(The Root) — She was away from the game for nearly a year, sidelined by a foot injury and then scaring us to death when a blood clot was discovered in one of her lungs. But slowly and steadily, Serena Williams has climbed back up. As the French Open begins Sunday, she's ranked No. 5 in the world and a favorite to win the tournament.
Williams has won 13 Grand Slam singles titles in her storied career but has raised the French Open trophy on the red clay at Roland Garros Stadium just once, in 2002. Clay clearly has been Williams' least-preferred surface, with only four of her 41 career titles won on such courts. But it's a different story this year, since no one has a better record on clay — 17-0 — and no one has a better record overall (27-2).
"I absolutely love clay," Williams said earlier this month after winning in Madrid. "I played on hard court until I was 11, then, until I turned 16, I only played on clay courts. It's really a myth about me not liking clay."
There was a bit of concern last week when she withdrew from the semifinals of the Italian Open, citing a back injury. But she said that the move was precautionary, partially because she wasn't 100 percent and partially because she didn't want to overtax herself in the comeback from such a long absence.
Despite the 30-year-old's dominance since turning pro in 1995, Williams' dedication to the sport has been questioned at times. She never hid the fact that other interests exist, apparently including rap, and she sometimes failed to show or exert herself at lesser tournaments. She seems to enjoy her celebrity perhaps more than her tennis, though she recently said she's done with dating for the next decade.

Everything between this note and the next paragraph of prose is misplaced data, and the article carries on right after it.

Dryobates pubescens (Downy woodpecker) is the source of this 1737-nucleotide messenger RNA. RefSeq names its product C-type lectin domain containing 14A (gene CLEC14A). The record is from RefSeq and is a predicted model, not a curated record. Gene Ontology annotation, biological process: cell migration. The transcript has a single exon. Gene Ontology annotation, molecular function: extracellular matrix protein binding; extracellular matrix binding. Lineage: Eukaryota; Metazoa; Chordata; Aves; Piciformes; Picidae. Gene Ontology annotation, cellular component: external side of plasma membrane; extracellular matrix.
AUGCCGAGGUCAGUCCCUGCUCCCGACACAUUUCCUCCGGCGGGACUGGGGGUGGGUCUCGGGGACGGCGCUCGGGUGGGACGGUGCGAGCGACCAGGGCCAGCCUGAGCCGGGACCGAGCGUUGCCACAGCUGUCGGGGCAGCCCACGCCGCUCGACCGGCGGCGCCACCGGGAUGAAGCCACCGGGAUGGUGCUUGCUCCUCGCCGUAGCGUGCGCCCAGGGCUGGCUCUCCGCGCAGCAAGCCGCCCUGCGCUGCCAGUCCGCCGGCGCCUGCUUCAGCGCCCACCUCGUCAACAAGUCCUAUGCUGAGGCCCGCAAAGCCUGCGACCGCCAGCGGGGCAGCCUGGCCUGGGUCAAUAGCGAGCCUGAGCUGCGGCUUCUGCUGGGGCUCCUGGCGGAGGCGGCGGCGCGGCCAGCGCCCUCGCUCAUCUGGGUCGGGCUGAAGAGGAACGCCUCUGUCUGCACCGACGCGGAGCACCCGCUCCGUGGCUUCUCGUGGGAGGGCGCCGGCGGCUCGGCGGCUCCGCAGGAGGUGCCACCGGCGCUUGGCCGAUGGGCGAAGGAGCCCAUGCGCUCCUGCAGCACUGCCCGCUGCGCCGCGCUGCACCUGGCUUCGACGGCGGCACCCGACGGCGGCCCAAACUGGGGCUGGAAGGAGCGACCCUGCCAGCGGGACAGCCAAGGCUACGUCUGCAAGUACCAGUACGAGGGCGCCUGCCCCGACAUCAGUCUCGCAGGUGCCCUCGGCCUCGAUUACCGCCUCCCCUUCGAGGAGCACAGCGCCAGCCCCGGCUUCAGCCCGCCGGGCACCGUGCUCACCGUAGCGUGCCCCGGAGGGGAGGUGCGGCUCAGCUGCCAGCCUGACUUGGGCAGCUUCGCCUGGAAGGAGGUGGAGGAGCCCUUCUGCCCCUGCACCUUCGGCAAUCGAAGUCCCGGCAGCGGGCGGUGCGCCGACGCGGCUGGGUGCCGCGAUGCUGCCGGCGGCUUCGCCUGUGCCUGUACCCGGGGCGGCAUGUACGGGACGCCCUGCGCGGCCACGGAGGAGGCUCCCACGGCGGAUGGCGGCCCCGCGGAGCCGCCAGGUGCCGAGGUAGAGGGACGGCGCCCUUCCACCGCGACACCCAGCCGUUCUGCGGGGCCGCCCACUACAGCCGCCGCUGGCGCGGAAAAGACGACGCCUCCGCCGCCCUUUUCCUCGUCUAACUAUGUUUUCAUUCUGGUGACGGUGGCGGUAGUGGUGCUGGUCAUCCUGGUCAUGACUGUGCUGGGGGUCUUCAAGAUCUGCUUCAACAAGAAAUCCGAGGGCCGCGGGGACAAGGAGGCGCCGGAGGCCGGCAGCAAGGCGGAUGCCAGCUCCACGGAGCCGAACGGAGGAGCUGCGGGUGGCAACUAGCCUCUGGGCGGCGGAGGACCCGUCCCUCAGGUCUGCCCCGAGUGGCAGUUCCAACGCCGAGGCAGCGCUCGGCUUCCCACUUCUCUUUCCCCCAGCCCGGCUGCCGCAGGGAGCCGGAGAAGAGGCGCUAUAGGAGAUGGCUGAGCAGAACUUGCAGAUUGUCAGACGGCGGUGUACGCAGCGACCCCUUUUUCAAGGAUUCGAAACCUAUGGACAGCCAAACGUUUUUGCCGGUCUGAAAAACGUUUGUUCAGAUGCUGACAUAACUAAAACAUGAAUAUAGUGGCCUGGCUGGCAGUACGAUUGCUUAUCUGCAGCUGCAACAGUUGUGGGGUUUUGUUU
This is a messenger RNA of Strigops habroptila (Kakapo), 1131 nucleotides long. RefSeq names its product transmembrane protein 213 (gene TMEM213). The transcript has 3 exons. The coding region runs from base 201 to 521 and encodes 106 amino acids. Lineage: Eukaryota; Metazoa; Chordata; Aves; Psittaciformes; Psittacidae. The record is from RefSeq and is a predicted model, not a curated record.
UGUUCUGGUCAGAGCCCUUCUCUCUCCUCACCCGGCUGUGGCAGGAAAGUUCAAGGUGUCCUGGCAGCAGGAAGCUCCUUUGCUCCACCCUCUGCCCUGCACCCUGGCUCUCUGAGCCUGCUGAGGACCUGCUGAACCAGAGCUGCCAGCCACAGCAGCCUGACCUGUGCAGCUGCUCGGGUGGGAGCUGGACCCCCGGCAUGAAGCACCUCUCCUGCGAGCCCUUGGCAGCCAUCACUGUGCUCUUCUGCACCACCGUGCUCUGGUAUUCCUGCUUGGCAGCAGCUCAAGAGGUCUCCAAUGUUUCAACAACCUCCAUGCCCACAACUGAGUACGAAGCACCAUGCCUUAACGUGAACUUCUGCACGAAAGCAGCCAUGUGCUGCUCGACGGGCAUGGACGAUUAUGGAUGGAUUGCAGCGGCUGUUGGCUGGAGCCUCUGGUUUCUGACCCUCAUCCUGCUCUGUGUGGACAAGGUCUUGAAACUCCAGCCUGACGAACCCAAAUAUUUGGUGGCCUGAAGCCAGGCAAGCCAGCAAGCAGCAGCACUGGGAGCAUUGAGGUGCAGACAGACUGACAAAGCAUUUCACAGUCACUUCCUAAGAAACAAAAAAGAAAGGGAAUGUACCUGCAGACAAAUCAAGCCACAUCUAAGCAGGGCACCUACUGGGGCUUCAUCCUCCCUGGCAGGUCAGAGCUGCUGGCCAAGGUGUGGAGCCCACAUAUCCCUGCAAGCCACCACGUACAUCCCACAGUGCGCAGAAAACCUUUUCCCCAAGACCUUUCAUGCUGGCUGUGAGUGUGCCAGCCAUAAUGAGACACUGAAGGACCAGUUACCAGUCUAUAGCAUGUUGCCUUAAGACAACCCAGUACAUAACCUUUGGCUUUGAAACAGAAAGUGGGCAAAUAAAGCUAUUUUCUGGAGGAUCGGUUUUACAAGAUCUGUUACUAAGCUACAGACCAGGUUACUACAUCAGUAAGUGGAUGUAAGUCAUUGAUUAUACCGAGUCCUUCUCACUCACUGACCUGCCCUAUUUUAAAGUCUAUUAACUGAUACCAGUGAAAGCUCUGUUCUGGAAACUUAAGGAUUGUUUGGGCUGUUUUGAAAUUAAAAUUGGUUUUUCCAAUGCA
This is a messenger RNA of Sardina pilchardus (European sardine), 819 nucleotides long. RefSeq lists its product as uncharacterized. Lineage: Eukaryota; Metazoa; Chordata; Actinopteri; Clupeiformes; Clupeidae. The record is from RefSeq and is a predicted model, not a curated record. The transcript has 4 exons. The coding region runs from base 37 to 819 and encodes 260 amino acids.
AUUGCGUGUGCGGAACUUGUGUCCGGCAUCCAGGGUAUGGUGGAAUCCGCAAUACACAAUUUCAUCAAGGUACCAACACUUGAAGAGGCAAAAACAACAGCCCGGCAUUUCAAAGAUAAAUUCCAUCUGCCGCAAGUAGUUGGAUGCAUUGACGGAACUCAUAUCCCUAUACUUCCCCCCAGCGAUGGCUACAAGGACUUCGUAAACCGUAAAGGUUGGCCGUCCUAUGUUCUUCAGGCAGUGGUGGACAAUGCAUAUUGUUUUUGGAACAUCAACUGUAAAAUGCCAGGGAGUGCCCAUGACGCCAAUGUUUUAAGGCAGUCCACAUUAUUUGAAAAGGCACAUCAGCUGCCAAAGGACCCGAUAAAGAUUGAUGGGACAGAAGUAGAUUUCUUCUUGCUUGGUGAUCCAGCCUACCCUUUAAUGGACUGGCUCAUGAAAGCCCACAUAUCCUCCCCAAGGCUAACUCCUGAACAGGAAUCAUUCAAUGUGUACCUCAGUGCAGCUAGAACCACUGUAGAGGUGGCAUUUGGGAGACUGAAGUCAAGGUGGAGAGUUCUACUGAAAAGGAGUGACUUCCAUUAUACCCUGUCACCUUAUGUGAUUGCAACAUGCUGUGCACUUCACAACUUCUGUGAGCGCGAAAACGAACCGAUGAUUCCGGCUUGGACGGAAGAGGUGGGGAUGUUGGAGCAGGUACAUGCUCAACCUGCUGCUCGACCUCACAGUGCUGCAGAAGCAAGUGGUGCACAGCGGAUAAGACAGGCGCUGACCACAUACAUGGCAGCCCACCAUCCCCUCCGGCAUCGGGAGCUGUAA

But the French Open is the only Grand Slam tournament that Williams hasn't won at least twice. That fact, plus being at the top of her game right now, appears to be fueling her resurgence.
"I think in general I have much better commitment in tennis," she told Agence-France Presse. "I just am really 100 percent. I love being on the court now. I love every moment. This is what I live for. After going through everything that I went through, I really kind of appreciate every moment more, especially being out on the court."
That's good news for her fans and tennis fans in general. As for the other French Open contenders — particularly No. 2 Maria Sharapova, looking to complete her career Grand Slam — their quests are that much tougher with Williams' return.
"It would be really intense and really crazy," Williams said about perhaps claiming her second French Open a decade after her first. "I mean, obviously there are several people here that want to win. I think I'm one of those people."